Olof Palme, Swedish prime minister, 1927-1986: “Human beings will find a balanced situation when they do good things not because God says it, but because they feel like doing them.”

Carl Sagan, American astronomer and author, 1934-1996: “My view is that if there is no evidence for it, then forget about it.”

Frank Zappa, American musician, 1940-1993: “Reality is what it is, not what you want it to be.”

I don’t intend to mean that I agree on all points with all points above. But I certainly am not a theist, and somewhere in me there is an evangelical desire to save theists from their theism every bit as strong as it must be felt in some zealots to save me from my non-theism. Out of respect for individual liberty of mind I am able to keep this impulse under control in most instances, a struggle which is not helped by living across the street from a monstrously colossal megachurch, the street and the church both bearing my surname irrespective of my opinion on the matter, or my father’s.

I suppose some Christians, for instance, might counter with 1 Corinthians 1:21, supposing me never to have read it; to which I would reply that this passage is a poor argument even by ancient standards in its circularity and self-referential nature.

Good Sunday to all!

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8 Responses

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  1. homeyra said, on 11/19/06 at 9:29 am

    Great post, glad to find the opinion of one of my favorite people, Olof Palme

  2. raincoaster said, on 11/21/06 at 12:31 am

    That Napoleon really knew what he was talking about.

  3. zilla said, on 11/21/06 at 12:39 pm

    Seneca the Younger sums it up for me. I also like the one about soap and baptism — very practical, although I have to admit my skin is so lovely and youthful only because I refuse to wash it as frequently as most Americans would deem necessary. God made us oily for a reason, people! (That was a joke.)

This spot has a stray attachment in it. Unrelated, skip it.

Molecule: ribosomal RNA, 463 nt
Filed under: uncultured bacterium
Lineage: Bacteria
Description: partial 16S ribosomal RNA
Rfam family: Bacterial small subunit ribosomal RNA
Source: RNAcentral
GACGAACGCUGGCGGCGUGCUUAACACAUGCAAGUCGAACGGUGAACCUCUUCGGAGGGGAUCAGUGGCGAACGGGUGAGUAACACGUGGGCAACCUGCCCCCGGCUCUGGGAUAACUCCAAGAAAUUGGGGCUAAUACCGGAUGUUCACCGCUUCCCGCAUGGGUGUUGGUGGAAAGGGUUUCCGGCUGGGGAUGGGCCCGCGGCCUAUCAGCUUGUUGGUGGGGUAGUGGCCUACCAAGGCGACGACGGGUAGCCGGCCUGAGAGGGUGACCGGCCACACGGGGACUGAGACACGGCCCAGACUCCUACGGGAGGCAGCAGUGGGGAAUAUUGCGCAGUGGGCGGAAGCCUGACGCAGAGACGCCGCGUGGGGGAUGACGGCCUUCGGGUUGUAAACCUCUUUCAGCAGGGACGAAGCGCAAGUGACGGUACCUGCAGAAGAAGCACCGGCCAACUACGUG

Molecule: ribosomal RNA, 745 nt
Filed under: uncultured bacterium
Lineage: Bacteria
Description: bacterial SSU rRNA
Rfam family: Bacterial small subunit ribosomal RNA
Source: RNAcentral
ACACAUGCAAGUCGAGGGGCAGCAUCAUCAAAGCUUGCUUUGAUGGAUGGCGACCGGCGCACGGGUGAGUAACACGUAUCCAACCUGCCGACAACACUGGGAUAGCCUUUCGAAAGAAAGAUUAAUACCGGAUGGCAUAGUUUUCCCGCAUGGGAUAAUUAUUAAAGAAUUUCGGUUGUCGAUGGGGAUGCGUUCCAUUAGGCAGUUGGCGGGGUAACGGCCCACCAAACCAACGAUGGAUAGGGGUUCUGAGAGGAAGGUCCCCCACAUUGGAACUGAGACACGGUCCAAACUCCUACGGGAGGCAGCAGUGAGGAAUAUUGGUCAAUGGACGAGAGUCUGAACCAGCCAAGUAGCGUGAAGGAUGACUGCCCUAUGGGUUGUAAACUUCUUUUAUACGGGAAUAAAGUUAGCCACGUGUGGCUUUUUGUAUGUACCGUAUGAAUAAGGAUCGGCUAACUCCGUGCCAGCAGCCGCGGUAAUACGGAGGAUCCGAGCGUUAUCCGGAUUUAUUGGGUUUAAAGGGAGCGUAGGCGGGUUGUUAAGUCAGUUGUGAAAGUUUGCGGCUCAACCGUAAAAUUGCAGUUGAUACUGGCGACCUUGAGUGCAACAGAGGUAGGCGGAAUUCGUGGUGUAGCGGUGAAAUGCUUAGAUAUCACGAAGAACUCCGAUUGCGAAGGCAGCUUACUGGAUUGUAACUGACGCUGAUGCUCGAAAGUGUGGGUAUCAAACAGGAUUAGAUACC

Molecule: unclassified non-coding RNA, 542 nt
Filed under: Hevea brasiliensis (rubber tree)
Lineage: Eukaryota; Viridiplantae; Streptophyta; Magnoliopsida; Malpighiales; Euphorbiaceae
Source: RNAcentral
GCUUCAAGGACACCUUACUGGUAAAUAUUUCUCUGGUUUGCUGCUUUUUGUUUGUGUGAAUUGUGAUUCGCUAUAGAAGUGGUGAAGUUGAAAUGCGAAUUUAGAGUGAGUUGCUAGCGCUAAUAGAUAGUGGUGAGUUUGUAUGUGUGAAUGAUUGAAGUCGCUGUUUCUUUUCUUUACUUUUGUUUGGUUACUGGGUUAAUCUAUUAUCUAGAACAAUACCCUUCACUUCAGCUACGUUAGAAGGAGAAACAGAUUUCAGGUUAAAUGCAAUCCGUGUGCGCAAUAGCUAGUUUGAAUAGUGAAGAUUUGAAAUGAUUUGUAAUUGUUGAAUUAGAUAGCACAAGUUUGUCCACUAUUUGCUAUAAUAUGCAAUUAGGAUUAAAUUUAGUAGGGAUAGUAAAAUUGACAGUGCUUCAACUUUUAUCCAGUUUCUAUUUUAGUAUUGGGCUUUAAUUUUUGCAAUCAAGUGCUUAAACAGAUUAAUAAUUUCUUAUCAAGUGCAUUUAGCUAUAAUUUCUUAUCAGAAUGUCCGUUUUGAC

So, Curtis, have you given much thought to what might happen when our hearts stop beating and our brains shut down? Do you think it’s “lights out,” or do you imagine consciousness continues somehow? Just curious.

  4. Gracie said, on 11/21/06 at 4:45 pm

    This is a keeper, Curt. Nice to see Joseph Campbell adding his weight to this controversial topic.

    I also don’t agree with all of these collective opinions since all we can do is speculate at this point. It’s about time for you to write another one of your classic pieces on religious history. :-)

  5. Curtis said, on 11/22/06 at 1:27 pm

    I imagine, Zilla, that the end of consciousness is probably just the most startling consequence of the end of metabolism. I can think endlessly of all the reasons I wish that weren’t so, and I can (and do) fantasize and romanticize to the contrary, but I’m not able to come up with a single shred of freestanding intelligence to support such notions.

    This is a not a view I try to impose upon others, not least because there is so much more value in forming one’s on views on this largest of all topics. At the same time, I can’t help but wonder how much nicer we might all get along if each of us lived life as if it were our last. It certainly takes a great deal of courage, that much I can say soundly.

  6. Mombacho said, on 11/27/06 at 3:13 pm

    Thanks. This was great. I like the Zappa quote; I think a lot of religious people are really saying ‘I don’t want to accept this reality’ so i’m gonna believe in … instead’.

    It might be harder to get used to (what little we can understand of) reality, but it’s more honest.

  7. […] I’m grateful to Curtis for highlighting these Voltaire quotes (amongst lots of others): “If we believe absurdities, we shall commit atrocities.” | […]

  8. Curtis said, on 11/28/06 at 5:53 am

    My thoughts exactly, Mombacho. Thanks for coming by.